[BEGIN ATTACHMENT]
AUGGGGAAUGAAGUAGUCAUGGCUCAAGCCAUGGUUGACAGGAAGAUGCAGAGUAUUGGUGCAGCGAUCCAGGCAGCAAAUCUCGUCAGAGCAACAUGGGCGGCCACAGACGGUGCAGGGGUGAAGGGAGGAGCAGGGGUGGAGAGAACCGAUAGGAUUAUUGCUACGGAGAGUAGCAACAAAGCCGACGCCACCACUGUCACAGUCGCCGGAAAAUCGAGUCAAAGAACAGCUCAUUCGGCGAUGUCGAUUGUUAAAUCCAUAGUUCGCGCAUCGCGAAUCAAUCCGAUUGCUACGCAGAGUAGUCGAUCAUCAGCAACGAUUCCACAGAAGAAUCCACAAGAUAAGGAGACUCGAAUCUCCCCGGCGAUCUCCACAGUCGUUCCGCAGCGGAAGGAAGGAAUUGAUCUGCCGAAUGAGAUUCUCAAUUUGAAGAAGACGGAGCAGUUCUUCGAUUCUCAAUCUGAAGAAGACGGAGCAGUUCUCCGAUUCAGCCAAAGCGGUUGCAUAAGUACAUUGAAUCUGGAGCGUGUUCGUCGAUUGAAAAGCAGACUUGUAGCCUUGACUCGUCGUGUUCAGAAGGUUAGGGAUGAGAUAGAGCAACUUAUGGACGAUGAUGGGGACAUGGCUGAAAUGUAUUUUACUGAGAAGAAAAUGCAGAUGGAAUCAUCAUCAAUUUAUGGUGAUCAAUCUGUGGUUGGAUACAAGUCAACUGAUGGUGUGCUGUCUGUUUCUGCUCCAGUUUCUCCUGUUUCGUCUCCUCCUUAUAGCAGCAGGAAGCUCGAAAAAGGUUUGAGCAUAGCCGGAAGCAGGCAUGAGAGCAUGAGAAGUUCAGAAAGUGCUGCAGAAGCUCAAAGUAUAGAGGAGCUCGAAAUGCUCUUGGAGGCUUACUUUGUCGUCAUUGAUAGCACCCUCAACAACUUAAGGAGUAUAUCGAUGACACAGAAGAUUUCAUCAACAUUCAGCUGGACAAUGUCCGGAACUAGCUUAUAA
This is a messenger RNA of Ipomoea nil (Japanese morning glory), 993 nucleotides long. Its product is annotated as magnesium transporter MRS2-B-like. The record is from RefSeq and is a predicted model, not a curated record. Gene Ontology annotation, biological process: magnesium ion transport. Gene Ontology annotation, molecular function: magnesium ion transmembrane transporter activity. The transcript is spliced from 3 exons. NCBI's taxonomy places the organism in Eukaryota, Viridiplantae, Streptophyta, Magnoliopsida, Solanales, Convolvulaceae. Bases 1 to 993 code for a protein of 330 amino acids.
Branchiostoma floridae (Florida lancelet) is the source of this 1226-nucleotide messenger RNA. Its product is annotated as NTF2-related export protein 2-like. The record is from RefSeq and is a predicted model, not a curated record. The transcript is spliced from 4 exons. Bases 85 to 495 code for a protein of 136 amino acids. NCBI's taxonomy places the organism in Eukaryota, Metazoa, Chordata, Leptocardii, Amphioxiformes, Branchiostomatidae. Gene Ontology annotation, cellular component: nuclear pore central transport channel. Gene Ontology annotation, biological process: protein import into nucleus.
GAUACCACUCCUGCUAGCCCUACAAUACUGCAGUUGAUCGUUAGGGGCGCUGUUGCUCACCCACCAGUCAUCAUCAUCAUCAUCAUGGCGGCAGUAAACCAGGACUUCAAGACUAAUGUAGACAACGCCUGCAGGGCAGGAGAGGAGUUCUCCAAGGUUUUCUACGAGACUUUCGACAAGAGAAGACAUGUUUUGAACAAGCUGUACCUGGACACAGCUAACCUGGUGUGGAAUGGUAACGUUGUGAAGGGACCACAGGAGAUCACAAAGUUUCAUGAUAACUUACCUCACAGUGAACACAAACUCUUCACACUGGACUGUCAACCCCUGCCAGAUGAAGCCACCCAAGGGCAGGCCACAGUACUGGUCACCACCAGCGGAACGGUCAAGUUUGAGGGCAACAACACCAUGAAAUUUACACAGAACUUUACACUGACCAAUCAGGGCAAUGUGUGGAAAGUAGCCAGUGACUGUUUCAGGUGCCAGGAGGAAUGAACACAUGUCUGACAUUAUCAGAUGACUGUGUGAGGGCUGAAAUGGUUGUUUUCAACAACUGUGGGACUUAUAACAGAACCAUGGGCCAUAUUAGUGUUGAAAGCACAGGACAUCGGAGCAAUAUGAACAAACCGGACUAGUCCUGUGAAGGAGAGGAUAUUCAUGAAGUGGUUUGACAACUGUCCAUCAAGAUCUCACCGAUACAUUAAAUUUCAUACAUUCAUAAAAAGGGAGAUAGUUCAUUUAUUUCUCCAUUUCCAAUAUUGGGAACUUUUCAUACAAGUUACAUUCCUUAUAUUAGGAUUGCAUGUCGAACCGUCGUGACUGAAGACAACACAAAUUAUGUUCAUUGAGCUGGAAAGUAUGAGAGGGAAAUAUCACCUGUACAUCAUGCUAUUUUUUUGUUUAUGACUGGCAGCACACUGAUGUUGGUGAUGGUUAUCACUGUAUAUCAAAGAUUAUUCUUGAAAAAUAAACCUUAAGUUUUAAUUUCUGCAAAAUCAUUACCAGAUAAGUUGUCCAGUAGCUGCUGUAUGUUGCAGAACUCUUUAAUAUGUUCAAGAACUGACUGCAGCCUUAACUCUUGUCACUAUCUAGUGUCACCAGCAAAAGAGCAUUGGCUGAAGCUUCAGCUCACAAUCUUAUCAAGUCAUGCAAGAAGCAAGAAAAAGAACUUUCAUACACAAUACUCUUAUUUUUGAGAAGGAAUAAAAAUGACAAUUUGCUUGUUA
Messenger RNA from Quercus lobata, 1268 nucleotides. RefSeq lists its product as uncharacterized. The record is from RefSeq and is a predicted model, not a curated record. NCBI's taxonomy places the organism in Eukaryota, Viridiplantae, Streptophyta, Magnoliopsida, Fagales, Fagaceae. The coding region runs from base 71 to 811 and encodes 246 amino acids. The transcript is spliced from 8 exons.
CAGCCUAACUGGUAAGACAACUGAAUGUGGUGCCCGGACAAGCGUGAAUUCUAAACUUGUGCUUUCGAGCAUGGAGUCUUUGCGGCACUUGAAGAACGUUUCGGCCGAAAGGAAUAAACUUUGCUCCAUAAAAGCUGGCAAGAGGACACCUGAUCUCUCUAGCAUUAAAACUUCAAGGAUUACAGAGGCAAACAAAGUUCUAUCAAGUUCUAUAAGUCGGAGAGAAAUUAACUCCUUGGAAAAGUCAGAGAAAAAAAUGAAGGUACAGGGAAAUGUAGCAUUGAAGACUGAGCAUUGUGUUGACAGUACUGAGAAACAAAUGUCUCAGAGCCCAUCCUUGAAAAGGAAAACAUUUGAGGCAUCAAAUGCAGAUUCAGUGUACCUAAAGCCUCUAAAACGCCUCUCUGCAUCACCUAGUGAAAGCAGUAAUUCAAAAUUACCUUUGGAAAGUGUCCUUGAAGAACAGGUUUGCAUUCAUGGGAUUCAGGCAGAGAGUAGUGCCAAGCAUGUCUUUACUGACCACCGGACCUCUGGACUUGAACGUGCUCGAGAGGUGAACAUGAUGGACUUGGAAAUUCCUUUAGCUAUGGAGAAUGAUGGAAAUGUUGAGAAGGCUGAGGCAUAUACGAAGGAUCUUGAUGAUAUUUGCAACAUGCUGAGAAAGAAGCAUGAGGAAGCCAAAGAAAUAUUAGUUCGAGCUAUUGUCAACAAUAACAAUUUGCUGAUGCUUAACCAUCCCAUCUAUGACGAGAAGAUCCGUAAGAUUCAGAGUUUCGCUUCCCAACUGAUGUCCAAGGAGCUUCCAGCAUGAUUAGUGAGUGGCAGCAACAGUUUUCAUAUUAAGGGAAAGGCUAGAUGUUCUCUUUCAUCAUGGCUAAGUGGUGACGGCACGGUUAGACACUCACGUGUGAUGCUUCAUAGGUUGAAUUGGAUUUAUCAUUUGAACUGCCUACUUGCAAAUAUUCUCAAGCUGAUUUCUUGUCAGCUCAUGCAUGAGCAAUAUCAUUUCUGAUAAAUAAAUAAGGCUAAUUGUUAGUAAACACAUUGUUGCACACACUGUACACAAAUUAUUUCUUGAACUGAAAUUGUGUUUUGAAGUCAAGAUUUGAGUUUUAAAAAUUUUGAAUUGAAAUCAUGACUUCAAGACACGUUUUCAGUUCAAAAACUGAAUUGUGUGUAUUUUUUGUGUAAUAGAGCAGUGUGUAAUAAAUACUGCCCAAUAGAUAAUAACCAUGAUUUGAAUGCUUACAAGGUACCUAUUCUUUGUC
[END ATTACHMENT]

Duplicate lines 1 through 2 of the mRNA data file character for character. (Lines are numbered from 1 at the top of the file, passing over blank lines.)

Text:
AUGGGGAAUGAAGUAGUCAUGGCUCAAGCCAUGGUUGACAGGAAGAUGCAGAGUAUUGGUGCAGCGAUCCAGGCAGCAAAUCUCGUCAGAGCAACAUGGGCGGCCACAGACGGUGCAGGGGUGAAGGGAGGAGCAGGGGUGGAGAGAACCGAUAGGAUUAUUGCUACGGAGAGUAGCAACAAAGCCGACGCCACCACUGUCACAGUCGCCGGAAAAUCGAGUCAAAGAACAGCUCAUUCGGCGAUGUCGAUUGUUAAAUCCAUAGUUCGCGCAUCGCGAAUCAAUCCGAUUGCUACGCAGAGUAGUCGAUCAUCAGCAACGAUUCCACAGAAGAAUCCACAAGAUAAGGAGACUCGAAUCUCCCCGGCGAUCUCCACAGUCGUUCCGCAGCGGAAGGAAGGAAUUGAUCUGCCGAAUGAGAUUCUCAAUUUGAAGAAGACGGAGCAGUUCUUCGAUUCUCAAUCUGAAGAAGACGGAGCAGUUCUCCGAUUCAGCCAAAGCGGUUGCAUAAGUACAUUGAAUCUGGAGCGUGUUCGUCGAUUGAAAAGCAGACUUGUAGCCUUGACUCGUCGUGUUCAGAAGGUUAGGGAUGAGAUAGAGCAACUUAUGGACGAUGAUGGGGACAUGGCUGAAAUGUAUUUUACUGAGAAGAAAAUGCAGAUGGAAUCAUCAUCAAUUUAUGGUGAUCAAUCUGUGGUUGGAUACAAGUCAACUGAUGGUGUGCUGUCUGUUUCUGCUCCAGUUUCUCCUGUUUCGUCUCCUCCUUAUAGCAGCAGGAAGCUCGAAAAAGGUUUGAGCAUAGCCGGAAGCAGGCAUGAGAGCAUGAGAAGUUCAGAAAGUGCUGCAGAAGCUCAAAGUAUAGAGGAGCUCGAAAUGCUCUUGGAGGCUUACUUUGUCGUCAUUGAUAGCACCCUCAACAACUUAAGGAGUAUAUCGAUGACACAGAAGAUUUCAUCAACAUUCAGCUGGACAAUGUCCGGAACUAGCUUAUAA
This is a messenger RNA of Ipomoea nil (Japanese morning glory), 993 nucleotides long. Its product is annotated as magnesium transporter MRS2-B-like. The record is from RefSeq and is a predicted model, not a curated record. Gene Ontology annotation, biological process: magnesium ion transport. Gene Ontology annotation, molecular function: magnesium ion transmembrane transporter activity. The transcript is spliced from 3 exons. NCBI's taxonomy places the organism in Eukaryota, Viridiplantae, Streptophyta, Magnoliopsida, Solanales, Convolvulaceae. Bases 1 to 993 code for a protein of 330 amino acids.